Defendants filed their Third Amended Answer and Counterclaims (“TAAC”) on May 14,
2012 [ECF No. 1275]. On May 31, 2012, Plaintiffs Monsanto Company and Monsanto Technology
LLC’s (collectively, “Monsanto”) filed a its answer and counterclaims to Defendants’ TAAC [ECF
No. 1303] as well as a motion to enforce the Court’s Order granting leave to file the TAAC [ECF
Federal Rule of Civil Procedure 15(a)(2) states that courts should freely grant leave to amend
pleadings “when justice so requires.” “[P]arties do not have an absolute right to amend their
pleadings, even under this liberal standard.” Sherman v. Winco Fireworks, Inc., 532 F.3d 709, 715
(8th Cir. 2008) (internal citation omitted). “When a party moves for leave to amend outside the
district court’s scheduling order, Fed. R. Civ. P. 16(b), ‘not the more liberal standard of [Fed. R. Civ.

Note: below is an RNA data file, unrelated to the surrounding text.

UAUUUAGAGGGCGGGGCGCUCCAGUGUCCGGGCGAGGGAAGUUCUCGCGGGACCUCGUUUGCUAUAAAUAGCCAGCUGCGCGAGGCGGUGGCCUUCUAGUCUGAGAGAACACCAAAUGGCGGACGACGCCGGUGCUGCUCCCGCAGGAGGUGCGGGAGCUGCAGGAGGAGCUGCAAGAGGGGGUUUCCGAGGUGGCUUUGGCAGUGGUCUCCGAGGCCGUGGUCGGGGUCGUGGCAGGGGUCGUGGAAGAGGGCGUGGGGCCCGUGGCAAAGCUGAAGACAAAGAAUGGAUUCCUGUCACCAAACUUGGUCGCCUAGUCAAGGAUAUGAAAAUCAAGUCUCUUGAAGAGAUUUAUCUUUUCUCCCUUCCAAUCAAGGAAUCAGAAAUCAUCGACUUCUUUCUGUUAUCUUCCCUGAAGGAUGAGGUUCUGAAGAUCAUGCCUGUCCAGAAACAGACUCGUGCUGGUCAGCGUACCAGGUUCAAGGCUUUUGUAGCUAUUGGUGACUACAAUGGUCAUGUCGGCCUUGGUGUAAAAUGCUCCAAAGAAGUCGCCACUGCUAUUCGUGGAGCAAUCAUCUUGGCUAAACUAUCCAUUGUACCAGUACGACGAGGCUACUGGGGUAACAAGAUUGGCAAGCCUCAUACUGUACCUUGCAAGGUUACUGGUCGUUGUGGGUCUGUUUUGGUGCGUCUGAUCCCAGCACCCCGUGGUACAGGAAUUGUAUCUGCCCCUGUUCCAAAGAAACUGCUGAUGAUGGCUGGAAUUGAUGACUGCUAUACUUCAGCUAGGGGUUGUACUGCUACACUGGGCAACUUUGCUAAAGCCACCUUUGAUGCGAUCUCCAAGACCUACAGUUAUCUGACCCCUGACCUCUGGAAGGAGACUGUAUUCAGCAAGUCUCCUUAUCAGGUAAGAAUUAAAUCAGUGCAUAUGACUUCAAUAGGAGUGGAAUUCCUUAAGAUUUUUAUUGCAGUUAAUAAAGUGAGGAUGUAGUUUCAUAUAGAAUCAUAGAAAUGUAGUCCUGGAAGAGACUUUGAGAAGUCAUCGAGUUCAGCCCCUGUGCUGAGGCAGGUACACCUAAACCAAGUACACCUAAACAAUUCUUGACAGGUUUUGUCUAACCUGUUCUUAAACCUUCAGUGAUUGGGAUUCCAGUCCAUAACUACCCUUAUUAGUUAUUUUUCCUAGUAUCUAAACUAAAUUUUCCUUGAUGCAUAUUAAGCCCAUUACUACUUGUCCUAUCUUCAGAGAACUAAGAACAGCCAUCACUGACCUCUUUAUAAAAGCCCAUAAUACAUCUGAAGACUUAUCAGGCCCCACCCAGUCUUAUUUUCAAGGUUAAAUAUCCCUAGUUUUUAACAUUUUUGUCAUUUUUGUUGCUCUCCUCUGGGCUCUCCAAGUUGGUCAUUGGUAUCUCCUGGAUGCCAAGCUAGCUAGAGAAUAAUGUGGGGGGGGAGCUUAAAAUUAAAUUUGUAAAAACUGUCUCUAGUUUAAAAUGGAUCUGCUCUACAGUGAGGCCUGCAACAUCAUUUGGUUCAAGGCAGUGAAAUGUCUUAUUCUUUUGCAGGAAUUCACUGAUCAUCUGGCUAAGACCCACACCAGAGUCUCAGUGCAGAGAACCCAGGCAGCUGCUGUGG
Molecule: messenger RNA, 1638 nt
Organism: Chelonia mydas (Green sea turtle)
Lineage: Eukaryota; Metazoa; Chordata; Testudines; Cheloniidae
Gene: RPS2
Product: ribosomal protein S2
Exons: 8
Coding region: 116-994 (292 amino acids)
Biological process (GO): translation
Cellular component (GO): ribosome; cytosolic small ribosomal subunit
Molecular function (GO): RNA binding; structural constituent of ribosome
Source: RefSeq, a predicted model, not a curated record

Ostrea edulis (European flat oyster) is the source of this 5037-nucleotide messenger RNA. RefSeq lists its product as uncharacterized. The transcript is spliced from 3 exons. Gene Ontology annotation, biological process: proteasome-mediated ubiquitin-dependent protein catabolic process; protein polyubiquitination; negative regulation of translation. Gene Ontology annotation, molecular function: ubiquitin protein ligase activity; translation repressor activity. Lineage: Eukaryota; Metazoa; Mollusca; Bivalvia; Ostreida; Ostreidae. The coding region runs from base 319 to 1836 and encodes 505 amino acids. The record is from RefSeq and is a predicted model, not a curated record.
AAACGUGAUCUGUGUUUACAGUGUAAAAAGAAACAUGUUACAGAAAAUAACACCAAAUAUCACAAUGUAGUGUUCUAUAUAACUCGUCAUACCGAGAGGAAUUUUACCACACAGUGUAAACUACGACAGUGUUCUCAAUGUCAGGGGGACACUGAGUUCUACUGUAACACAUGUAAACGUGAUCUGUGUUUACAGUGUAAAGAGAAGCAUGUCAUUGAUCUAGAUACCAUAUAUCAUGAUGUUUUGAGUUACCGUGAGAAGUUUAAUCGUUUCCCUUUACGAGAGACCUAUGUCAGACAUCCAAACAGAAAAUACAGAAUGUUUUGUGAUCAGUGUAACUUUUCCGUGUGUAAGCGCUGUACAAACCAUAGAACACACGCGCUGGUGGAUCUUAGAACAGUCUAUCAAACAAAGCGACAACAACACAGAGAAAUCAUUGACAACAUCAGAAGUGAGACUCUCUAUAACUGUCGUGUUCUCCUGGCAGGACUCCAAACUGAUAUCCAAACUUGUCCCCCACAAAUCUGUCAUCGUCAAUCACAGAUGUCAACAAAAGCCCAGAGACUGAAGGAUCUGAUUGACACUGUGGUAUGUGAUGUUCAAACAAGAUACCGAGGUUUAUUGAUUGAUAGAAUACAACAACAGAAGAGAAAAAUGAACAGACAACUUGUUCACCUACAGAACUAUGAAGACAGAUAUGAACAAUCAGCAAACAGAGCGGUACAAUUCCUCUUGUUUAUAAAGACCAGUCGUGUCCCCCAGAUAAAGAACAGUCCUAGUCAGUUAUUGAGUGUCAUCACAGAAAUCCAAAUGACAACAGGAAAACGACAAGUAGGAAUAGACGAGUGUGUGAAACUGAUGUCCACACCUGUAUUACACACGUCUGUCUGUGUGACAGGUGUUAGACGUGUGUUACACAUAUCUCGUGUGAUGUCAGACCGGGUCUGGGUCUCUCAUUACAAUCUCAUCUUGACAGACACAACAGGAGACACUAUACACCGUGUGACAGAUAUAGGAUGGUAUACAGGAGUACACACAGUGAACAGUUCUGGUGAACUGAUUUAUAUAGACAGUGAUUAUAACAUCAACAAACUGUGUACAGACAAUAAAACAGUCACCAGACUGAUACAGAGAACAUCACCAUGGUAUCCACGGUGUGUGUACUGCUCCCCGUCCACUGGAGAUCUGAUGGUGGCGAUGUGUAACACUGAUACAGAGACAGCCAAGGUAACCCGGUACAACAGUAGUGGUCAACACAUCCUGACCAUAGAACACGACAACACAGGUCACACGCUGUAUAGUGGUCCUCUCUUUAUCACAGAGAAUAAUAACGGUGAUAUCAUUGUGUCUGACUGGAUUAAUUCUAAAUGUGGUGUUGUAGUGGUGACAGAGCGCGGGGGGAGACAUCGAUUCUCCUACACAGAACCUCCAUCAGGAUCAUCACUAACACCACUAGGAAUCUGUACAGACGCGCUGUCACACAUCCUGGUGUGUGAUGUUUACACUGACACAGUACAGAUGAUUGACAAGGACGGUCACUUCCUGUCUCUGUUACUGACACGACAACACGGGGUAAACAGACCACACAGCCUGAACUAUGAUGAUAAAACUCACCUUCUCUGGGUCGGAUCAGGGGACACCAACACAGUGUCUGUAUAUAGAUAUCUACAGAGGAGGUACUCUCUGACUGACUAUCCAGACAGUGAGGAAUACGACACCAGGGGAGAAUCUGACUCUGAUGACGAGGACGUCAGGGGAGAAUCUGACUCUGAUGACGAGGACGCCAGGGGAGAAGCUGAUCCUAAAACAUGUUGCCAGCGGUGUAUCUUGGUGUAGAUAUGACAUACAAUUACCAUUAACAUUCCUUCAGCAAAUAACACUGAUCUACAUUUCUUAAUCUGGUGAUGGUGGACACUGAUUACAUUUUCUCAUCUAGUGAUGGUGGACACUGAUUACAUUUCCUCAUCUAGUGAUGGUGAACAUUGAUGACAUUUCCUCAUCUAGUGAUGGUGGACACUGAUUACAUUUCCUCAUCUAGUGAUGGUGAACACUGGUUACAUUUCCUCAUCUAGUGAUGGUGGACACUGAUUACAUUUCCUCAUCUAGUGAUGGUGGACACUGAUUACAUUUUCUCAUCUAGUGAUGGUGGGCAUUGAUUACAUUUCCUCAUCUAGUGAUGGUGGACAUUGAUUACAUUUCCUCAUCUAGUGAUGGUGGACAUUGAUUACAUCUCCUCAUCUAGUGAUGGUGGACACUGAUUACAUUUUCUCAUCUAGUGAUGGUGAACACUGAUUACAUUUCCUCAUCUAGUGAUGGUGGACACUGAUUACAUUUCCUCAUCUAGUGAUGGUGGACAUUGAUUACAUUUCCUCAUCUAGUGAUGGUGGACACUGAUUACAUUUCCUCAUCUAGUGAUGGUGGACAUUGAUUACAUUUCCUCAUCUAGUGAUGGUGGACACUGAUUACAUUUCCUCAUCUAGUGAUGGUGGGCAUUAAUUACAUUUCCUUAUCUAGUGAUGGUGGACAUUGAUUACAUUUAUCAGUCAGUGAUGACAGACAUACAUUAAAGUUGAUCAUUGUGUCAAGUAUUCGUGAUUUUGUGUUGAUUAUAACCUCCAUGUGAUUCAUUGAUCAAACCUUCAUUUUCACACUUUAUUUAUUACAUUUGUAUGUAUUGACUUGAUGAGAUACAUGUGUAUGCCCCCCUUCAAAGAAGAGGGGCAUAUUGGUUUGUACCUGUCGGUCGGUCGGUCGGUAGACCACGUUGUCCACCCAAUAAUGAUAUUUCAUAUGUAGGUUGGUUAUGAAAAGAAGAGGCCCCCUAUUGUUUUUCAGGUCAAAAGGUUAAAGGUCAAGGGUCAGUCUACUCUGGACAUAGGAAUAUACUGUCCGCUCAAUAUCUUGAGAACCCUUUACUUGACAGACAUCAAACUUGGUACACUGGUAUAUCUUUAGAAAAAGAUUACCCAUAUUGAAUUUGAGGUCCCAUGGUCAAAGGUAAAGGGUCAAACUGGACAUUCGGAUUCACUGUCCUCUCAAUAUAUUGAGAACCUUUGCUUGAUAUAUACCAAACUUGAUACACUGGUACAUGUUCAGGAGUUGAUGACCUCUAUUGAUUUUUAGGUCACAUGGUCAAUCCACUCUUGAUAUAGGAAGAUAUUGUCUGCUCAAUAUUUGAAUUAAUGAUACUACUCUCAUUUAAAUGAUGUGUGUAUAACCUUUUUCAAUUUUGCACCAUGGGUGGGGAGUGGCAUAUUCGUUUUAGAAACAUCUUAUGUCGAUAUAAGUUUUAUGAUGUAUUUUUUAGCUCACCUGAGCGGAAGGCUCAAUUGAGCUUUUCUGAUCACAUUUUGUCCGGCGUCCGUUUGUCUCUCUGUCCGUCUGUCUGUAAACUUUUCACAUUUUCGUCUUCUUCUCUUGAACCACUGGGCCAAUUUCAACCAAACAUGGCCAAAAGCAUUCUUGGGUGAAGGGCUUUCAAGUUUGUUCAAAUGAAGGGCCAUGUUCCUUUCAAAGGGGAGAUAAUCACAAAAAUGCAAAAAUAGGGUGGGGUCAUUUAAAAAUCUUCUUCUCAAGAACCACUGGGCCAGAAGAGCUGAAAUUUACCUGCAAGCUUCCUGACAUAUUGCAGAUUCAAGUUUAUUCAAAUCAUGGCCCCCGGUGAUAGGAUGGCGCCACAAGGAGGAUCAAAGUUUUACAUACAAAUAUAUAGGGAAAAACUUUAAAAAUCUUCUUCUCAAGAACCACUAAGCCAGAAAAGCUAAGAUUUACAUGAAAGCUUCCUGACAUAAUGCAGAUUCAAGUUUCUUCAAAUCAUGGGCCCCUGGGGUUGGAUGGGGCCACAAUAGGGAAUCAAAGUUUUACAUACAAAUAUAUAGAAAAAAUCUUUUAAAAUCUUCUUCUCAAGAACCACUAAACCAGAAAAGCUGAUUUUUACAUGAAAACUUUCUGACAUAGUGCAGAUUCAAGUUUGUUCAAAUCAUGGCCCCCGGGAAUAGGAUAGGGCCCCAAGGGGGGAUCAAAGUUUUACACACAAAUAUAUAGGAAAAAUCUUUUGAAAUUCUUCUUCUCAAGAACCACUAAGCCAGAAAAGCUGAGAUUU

P. 15(a)],’ governs and requires the party to show good cause to modify the schedule.”Morrison
Enters., LLC v. Dravo Corp., 638 F.3d 594, 610 (8th Cir. 2011); Trim Fit, LLC v. Dickey, 607 F.3d
528, 531 (8th Cir. 2010); Sherman, 532 F.3d at 716. “The primary measure of good cause is the
movant’s diligence in attempting to meet the [CMO]’s requirements.” Sherman, 532 F.3d at 716-17
(8th Cir. 2008) (quoting Rahn v. Hawkins, 464 F.3d 813, 822 (8th Cir. 2006)). A court may deny
the motion based on undue prejudice to the non-moving party. Trim Fit, 607 F.3d at 531. However,
while prejudice to the non-moving party is a relevant factor, it need not be considered if the movant
has not demonstrated diligence. Sherman, 532 F.3d at 717.
Defendants move the Court to strike the counterclaims Monsanto added in its Answer and
Counterclaims [ECF No. 1303] to Defendants’ TAAC. In its Answer and Counterclaims, Monsanto
added six counterclaims and several supporting allegations: 1) a Lanham Act - False Advertising